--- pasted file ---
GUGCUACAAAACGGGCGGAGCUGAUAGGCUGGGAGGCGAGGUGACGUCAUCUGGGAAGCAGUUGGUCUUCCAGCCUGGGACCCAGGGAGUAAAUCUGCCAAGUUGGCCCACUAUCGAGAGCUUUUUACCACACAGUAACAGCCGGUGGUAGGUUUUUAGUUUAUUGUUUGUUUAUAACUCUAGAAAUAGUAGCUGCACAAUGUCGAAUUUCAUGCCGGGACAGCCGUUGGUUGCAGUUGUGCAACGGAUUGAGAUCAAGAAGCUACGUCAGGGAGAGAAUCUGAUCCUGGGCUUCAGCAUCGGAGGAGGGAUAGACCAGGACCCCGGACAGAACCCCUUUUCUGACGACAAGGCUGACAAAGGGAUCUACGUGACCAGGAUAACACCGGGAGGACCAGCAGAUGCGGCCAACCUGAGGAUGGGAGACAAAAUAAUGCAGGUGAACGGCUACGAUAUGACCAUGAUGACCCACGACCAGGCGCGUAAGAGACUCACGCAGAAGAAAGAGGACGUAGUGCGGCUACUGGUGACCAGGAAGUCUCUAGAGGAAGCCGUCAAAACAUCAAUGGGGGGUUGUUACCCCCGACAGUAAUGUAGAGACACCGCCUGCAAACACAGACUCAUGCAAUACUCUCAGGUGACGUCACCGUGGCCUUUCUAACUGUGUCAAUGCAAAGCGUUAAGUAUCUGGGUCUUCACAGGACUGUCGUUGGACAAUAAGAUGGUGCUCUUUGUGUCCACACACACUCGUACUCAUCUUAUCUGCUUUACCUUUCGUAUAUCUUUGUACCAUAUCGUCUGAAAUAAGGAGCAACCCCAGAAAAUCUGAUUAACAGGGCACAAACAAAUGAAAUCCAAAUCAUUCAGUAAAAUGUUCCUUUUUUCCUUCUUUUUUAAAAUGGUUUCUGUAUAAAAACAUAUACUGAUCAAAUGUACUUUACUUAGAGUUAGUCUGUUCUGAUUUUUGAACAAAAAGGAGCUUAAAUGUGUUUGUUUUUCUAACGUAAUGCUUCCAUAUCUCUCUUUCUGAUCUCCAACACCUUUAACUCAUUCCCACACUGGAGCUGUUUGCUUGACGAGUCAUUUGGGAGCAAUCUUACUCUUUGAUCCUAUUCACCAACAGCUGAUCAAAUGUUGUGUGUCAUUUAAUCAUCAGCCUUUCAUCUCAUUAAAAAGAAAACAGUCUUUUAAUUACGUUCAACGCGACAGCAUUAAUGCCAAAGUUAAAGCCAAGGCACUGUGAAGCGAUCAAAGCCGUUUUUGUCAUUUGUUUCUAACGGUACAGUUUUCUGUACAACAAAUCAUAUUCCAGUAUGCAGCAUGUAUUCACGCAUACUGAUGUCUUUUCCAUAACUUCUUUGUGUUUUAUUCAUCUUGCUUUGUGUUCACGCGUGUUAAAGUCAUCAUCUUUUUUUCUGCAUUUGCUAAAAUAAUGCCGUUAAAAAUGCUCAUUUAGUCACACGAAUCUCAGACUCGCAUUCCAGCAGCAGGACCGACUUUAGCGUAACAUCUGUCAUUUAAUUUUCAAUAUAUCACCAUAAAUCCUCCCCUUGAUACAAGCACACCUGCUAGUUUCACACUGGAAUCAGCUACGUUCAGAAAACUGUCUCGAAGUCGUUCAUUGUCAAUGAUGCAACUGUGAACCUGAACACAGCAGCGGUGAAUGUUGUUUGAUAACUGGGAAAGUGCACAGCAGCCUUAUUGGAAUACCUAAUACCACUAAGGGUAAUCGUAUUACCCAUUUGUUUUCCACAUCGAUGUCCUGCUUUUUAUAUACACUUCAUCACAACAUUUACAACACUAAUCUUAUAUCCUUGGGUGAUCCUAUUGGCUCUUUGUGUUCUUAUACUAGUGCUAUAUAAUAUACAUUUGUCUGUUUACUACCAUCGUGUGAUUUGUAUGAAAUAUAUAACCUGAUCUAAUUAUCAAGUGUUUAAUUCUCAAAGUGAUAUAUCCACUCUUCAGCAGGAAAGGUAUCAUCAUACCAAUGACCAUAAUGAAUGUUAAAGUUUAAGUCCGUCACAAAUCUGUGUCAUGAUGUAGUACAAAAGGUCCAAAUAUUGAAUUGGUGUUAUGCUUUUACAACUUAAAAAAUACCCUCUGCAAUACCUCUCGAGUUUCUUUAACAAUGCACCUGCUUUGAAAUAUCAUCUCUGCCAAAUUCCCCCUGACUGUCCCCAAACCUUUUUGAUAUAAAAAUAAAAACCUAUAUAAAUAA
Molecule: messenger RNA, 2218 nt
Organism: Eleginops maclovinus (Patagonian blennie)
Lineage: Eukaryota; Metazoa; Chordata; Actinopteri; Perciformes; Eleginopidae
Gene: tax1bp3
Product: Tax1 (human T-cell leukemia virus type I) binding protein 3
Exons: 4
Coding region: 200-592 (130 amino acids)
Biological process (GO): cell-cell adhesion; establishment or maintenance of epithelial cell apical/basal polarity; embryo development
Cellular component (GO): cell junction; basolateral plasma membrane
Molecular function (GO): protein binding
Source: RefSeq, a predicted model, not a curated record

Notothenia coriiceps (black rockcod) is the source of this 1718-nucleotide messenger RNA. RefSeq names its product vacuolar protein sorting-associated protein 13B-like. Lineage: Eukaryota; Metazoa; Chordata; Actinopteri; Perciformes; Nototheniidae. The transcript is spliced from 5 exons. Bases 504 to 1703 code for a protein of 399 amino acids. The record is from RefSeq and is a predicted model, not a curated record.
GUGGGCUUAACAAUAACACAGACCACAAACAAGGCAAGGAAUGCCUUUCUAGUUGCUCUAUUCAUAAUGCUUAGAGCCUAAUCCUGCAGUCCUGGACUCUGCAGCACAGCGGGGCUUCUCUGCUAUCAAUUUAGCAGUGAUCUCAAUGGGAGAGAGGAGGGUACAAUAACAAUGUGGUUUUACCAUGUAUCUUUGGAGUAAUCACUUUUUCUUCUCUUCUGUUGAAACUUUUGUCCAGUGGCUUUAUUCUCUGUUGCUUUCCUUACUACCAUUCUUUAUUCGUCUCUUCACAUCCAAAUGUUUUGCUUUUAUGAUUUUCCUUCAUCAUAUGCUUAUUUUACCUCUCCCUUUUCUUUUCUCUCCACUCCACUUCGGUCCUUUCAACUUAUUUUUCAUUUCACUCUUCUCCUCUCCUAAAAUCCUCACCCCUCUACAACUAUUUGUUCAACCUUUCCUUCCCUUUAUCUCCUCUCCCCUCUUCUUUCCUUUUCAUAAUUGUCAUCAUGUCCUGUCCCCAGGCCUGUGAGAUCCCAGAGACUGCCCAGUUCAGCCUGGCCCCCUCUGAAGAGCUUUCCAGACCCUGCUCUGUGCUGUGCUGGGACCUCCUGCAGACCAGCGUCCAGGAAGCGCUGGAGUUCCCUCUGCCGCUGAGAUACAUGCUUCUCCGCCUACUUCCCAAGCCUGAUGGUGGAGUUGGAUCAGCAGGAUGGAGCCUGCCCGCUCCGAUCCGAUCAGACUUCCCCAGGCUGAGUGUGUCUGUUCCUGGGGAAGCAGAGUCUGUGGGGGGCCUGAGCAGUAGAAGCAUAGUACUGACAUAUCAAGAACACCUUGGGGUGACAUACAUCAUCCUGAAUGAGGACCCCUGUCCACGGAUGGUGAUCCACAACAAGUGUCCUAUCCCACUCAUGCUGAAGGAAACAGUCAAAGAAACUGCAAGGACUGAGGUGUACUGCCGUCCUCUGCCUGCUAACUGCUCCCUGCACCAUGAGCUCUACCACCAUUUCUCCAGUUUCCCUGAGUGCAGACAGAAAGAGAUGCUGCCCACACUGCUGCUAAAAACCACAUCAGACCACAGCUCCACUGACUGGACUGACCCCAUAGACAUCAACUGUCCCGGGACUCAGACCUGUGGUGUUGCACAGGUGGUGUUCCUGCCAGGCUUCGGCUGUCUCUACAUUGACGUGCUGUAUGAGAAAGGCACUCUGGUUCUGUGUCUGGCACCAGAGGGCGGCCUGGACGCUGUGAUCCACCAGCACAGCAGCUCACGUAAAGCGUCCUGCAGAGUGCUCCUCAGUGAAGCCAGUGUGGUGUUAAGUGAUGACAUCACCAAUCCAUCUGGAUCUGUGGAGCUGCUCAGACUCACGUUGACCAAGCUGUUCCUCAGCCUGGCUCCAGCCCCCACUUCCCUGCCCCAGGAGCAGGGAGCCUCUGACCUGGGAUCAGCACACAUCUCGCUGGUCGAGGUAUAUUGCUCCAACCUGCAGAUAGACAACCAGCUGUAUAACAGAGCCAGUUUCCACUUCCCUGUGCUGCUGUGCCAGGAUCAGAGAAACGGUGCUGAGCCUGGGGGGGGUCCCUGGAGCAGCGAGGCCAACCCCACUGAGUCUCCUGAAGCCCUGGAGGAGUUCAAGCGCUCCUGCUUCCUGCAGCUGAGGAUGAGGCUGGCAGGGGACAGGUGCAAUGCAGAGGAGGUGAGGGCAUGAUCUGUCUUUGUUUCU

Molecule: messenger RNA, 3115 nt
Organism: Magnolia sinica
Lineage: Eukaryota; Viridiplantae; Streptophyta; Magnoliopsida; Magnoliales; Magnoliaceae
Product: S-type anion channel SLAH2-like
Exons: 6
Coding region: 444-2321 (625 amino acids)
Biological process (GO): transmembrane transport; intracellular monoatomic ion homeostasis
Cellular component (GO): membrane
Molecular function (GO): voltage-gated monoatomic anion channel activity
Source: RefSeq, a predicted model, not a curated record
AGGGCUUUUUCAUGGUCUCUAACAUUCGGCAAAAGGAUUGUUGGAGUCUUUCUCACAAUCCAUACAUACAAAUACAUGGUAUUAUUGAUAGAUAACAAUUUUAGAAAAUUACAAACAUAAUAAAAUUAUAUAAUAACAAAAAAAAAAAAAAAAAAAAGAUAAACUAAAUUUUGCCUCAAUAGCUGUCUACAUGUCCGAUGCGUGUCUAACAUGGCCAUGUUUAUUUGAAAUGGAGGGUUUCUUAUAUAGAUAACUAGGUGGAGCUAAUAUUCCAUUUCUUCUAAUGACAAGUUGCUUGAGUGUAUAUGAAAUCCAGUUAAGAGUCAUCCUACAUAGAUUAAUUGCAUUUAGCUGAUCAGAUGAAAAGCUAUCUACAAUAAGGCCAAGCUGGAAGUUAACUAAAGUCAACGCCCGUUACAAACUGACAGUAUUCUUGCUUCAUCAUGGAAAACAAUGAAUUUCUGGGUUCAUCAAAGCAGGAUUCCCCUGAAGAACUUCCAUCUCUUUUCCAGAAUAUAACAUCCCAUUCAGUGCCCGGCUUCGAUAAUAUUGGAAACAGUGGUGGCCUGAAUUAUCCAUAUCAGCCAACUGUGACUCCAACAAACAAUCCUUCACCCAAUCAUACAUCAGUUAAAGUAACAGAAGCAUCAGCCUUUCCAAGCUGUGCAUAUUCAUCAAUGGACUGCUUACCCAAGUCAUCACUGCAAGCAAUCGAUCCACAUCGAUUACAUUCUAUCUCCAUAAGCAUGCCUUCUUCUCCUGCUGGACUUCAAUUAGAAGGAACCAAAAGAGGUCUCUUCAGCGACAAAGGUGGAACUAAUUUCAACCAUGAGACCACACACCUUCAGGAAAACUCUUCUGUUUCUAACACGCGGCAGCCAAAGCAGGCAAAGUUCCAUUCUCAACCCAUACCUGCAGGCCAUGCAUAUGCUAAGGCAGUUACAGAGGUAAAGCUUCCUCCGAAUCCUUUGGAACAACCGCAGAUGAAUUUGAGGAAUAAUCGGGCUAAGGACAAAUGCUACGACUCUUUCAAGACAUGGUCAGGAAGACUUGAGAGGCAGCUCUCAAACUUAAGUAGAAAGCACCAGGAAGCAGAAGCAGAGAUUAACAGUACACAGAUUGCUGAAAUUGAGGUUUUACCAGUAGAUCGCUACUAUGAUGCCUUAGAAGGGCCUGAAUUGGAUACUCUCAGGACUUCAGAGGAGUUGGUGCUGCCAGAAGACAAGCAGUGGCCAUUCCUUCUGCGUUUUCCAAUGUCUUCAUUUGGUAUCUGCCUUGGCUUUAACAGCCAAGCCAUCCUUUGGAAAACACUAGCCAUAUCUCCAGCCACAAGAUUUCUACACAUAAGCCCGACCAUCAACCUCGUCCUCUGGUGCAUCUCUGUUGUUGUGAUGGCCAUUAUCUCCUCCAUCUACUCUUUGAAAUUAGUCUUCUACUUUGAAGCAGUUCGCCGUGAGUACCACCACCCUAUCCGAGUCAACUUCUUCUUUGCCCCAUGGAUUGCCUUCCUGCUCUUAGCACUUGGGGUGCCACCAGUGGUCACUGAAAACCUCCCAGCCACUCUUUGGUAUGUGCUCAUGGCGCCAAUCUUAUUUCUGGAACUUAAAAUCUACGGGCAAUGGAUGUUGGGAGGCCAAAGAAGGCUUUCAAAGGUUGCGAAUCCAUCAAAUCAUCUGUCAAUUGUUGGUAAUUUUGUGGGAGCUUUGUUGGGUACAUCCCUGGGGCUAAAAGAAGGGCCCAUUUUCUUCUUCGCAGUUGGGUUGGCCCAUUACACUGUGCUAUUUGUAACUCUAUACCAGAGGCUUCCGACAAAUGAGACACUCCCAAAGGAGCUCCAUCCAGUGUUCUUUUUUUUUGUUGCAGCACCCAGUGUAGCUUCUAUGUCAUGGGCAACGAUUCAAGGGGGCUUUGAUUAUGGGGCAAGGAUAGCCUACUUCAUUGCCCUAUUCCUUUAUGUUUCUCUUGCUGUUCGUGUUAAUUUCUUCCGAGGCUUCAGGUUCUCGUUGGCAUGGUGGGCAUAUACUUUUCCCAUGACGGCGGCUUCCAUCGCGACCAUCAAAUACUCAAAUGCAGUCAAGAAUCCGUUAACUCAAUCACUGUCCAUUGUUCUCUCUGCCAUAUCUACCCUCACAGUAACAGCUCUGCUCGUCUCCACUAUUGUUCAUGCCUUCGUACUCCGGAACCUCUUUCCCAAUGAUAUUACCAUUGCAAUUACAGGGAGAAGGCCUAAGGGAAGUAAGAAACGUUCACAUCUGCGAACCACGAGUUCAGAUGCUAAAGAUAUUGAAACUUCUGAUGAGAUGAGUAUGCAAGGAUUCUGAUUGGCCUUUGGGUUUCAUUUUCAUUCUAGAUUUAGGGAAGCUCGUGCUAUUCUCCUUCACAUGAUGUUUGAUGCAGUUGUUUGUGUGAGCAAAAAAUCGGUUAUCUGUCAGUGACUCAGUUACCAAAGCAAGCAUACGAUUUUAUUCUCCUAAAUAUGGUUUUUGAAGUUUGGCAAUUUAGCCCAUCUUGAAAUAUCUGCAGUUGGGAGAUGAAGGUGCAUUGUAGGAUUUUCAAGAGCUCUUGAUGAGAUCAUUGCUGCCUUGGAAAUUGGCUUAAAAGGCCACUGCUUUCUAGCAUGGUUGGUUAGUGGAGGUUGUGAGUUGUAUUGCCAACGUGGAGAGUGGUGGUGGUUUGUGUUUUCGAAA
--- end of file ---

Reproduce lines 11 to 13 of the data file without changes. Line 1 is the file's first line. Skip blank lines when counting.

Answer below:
Molecular function (GO): protein binding
Source: RefSeq, a predicted model, not a curated record

Notothenia coriiceps (black rockcod) is the source of this 1718-nucleotide messenger RNA. RefSeq names its product vacuolar protein sorting-associated protein 13B-like. Lineage: Eukaryota; Metazoa; Chordata; Actinopteri; Perciformes; Nototheniidae. The transcript is spliced from 5 exons. Bases 504 to 1703 code for a protein of 399 amino acids. The record is from RefSeq and is a predicted model, not a curated record.